The aim of our study was to test whether surficial geochemical techniques are applicable under arctic conditions where pedogenesis is slow or absent, and where the vegetation is arctic dwarf shrub tundra. To this end, we sampled vegetation and topsoil at a known Zn-Pb-Ag anomaly at Kangerluarsuk, northwest Greenland. This Zn-Pb-Ag mineralization surfaces in part of the test area and is deeply buried in other parts. The surface mineralization could readily be identified by element analysis of the omnipresent plant Salix glauca. The strongest signal came from the pathfinder element Tl. The target elements Pb and Ag gave only weak signals and Zn gave no signal, probably because the cellular concentration of these elements is actively regulated by the plant. The use of regulated plant micronutrients as reference elements gave a small reduction of analytical noise in Tl/Cu and Tl/B concentration ratios at low Tl concentrations which improved identification of the deep mineralization. Pathfinder elements in plants may thus prove useful when combined with a detailed geophysical model. Tl, Zn, Pb and Ag concentrations in topsoil identified the surface mineralization but failed to identify the deep mineralization. This difference between samples of S. glauca and topsoil is probably because target elements from the deep mineralization must be mobile to reach the surface. Mobile elements may be more accessible for ion-exchange and uptake into the plants compared to the recalcitrant and crystalline fraction in the topsoil.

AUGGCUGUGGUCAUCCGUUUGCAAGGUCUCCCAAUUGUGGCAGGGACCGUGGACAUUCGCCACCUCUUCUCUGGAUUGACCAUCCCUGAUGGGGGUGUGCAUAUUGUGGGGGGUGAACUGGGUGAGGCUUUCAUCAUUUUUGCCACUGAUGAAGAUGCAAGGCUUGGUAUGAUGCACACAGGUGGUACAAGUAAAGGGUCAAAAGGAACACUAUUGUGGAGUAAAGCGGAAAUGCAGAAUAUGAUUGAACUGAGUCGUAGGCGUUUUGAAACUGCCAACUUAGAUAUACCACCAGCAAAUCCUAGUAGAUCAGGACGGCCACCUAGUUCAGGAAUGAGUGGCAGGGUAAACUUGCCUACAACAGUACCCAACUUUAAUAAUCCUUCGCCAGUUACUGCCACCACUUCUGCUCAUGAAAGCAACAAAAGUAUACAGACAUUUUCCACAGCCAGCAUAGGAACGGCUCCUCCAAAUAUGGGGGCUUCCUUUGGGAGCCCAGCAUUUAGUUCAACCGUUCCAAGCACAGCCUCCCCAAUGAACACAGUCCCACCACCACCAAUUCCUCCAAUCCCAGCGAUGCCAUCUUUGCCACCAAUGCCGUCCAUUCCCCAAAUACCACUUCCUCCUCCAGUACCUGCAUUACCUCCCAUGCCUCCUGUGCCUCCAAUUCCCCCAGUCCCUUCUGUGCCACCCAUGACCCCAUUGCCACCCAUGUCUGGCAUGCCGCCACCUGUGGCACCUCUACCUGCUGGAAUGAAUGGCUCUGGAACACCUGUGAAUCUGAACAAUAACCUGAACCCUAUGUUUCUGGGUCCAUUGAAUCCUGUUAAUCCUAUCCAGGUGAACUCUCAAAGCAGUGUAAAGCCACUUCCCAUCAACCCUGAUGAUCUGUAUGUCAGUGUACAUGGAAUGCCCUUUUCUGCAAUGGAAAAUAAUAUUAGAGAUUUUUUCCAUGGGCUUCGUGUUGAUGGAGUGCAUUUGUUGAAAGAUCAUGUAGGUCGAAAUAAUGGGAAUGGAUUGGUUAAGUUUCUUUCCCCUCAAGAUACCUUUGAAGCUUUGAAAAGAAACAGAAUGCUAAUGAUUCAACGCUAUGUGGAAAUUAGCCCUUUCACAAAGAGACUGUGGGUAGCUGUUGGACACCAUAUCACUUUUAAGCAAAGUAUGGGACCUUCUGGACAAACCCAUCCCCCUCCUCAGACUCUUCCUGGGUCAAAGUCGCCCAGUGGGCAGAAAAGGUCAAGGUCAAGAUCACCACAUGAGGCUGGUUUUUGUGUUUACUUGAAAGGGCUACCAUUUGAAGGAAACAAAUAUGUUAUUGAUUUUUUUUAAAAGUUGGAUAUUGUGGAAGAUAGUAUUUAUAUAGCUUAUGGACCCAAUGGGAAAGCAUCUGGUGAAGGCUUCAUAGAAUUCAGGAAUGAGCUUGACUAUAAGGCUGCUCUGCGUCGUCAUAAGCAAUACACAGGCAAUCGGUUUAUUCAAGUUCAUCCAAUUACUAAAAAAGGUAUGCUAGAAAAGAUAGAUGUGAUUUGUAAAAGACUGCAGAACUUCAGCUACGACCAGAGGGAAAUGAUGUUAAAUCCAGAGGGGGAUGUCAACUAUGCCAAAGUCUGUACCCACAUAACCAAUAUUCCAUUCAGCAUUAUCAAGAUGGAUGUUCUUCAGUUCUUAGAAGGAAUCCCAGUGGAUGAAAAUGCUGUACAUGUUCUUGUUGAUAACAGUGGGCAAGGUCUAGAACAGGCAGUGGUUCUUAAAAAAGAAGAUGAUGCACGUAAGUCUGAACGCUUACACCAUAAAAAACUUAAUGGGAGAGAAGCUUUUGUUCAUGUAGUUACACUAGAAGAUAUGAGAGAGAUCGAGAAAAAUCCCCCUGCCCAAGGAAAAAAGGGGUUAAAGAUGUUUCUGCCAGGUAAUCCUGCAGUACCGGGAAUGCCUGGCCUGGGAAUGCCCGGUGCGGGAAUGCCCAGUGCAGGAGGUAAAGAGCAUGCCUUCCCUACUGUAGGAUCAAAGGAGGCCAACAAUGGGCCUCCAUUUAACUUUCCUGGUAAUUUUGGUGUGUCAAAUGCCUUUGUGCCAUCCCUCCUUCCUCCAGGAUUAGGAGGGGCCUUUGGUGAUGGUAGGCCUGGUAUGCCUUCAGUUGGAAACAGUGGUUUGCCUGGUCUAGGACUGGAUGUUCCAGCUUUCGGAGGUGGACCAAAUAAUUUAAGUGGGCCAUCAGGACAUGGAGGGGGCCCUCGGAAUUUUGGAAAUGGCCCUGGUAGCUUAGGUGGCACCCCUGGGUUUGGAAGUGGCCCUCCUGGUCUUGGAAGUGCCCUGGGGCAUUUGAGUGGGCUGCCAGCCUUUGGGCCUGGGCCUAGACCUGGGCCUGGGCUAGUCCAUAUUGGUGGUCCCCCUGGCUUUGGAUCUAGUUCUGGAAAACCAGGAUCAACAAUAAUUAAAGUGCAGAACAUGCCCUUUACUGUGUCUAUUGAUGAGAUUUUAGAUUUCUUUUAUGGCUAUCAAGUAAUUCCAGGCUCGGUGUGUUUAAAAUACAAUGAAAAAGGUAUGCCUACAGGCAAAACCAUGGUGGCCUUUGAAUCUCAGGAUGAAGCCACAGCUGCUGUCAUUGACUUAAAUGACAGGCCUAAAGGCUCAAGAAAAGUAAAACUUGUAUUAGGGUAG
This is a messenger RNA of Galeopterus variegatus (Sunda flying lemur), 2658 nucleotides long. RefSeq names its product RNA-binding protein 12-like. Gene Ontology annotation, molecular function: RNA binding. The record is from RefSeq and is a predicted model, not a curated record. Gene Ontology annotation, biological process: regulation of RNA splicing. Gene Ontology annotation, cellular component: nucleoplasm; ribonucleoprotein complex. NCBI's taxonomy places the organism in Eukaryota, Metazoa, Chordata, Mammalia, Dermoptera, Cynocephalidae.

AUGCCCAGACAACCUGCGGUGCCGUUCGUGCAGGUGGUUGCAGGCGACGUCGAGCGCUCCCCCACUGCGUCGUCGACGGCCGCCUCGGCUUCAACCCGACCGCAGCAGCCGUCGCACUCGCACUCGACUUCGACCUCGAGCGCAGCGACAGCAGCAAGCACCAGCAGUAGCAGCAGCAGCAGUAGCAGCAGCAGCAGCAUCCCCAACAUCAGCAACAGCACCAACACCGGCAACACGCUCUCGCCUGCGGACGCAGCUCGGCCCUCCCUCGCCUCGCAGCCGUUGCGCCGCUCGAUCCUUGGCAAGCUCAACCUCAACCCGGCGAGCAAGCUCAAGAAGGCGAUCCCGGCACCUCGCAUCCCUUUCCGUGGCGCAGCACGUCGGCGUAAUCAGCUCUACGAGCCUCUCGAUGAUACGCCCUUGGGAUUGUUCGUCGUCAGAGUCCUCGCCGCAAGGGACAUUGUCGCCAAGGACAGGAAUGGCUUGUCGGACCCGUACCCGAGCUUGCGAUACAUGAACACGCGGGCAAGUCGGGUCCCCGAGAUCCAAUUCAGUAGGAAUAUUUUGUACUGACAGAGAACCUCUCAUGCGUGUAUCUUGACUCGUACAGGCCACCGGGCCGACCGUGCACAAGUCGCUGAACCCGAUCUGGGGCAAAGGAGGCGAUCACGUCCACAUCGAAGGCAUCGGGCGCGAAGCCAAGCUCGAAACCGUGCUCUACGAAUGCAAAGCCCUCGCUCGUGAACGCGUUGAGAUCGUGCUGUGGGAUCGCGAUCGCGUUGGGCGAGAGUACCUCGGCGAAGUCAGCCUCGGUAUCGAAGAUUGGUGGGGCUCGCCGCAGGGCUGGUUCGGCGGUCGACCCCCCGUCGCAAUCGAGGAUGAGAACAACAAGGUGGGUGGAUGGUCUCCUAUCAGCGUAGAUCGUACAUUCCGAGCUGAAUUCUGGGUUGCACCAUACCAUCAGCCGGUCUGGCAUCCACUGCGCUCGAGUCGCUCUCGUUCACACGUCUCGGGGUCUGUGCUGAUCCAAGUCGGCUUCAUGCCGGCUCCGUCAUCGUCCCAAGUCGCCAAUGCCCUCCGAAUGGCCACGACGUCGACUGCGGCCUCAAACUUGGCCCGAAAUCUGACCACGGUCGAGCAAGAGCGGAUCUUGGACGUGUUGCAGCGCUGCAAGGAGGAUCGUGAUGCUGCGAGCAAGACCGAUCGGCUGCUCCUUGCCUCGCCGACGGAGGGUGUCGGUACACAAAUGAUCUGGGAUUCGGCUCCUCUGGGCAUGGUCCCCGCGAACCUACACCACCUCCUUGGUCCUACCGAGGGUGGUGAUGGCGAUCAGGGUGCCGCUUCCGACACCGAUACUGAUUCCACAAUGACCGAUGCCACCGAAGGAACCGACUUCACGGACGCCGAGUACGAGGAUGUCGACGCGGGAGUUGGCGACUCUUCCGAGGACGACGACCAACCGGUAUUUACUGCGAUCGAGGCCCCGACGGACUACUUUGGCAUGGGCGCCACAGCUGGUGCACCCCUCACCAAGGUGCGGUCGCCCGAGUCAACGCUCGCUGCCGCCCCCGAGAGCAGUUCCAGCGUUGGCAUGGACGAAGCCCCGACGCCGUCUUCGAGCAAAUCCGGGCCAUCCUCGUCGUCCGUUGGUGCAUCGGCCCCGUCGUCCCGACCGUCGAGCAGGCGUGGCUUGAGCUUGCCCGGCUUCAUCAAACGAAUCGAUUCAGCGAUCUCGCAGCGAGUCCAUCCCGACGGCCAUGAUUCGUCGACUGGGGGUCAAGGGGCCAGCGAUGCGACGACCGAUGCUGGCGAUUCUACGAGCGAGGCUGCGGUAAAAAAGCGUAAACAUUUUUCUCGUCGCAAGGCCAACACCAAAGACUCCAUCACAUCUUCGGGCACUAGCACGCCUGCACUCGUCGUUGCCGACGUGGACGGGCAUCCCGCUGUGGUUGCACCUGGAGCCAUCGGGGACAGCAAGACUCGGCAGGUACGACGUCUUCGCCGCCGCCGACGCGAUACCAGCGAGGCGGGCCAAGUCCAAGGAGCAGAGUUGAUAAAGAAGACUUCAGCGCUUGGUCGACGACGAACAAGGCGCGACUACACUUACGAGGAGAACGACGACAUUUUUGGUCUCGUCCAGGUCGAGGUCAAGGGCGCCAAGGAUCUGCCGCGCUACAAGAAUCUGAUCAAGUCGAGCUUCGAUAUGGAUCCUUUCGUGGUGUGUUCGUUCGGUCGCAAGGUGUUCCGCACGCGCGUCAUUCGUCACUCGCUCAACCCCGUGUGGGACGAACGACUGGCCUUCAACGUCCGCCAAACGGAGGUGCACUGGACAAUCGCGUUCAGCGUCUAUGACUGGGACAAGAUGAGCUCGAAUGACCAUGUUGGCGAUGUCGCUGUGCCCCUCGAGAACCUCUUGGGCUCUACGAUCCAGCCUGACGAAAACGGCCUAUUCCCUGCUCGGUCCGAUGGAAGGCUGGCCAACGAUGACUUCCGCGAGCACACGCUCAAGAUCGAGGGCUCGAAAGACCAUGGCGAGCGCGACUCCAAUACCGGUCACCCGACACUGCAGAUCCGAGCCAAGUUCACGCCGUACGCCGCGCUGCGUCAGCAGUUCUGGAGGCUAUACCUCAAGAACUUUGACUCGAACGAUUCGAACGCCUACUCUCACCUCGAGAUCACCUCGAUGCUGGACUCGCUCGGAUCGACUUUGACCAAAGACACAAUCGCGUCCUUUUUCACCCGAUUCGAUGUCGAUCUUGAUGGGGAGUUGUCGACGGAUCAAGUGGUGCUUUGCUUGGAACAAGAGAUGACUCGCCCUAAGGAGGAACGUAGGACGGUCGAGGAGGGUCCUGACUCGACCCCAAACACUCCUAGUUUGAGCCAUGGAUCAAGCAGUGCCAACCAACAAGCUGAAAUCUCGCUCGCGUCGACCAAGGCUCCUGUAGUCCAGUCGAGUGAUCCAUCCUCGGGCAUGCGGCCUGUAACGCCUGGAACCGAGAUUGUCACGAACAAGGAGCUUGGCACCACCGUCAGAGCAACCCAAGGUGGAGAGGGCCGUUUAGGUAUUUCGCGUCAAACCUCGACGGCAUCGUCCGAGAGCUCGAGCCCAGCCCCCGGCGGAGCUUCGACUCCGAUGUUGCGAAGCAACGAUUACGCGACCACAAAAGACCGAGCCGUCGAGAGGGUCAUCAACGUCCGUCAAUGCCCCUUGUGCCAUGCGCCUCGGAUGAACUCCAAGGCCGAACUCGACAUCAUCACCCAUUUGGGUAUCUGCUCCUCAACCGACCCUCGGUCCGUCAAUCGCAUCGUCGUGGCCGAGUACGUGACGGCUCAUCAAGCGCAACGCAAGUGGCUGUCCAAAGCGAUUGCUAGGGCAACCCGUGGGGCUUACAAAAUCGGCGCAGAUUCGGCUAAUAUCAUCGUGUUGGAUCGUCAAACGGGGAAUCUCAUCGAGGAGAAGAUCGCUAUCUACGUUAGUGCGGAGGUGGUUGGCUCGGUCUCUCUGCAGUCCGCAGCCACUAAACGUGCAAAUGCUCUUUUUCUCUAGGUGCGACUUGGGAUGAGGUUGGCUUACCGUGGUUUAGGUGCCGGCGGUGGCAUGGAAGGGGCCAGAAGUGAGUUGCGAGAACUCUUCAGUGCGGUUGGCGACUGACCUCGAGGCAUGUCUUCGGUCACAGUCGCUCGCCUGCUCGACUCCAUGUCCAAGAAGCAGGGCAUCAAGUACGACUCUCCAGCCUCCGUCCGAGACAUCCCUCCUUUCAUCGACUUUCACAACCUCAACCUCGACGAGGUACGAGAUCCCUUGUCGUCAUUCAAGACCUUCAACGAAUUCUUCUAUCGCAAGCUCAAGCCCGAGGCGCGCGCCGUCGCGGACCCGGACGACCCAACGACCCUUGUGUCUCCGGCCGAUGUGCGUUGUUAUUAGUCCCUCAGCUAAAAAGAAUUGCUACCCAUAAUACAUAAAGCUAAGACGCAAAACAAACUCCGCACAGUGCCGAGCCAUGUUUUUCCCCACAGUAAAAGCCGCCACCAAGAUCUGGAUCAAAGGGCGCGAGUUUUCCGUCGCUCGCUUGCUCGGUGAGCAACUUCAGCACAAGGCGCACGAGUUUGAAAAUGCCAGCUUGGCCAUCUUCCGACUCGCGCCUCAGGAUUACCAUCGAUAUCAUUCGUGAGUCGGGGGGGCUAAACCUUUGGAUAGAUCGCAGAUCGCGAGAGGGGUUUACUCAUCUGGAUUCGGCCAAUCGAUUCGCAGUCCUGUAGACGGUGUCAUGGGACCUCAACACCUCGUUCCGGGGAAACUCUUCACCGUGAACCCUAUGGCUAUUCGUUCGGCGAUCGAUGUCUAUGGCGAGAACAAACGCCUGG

- Programområde 4: Mineralske råstoffer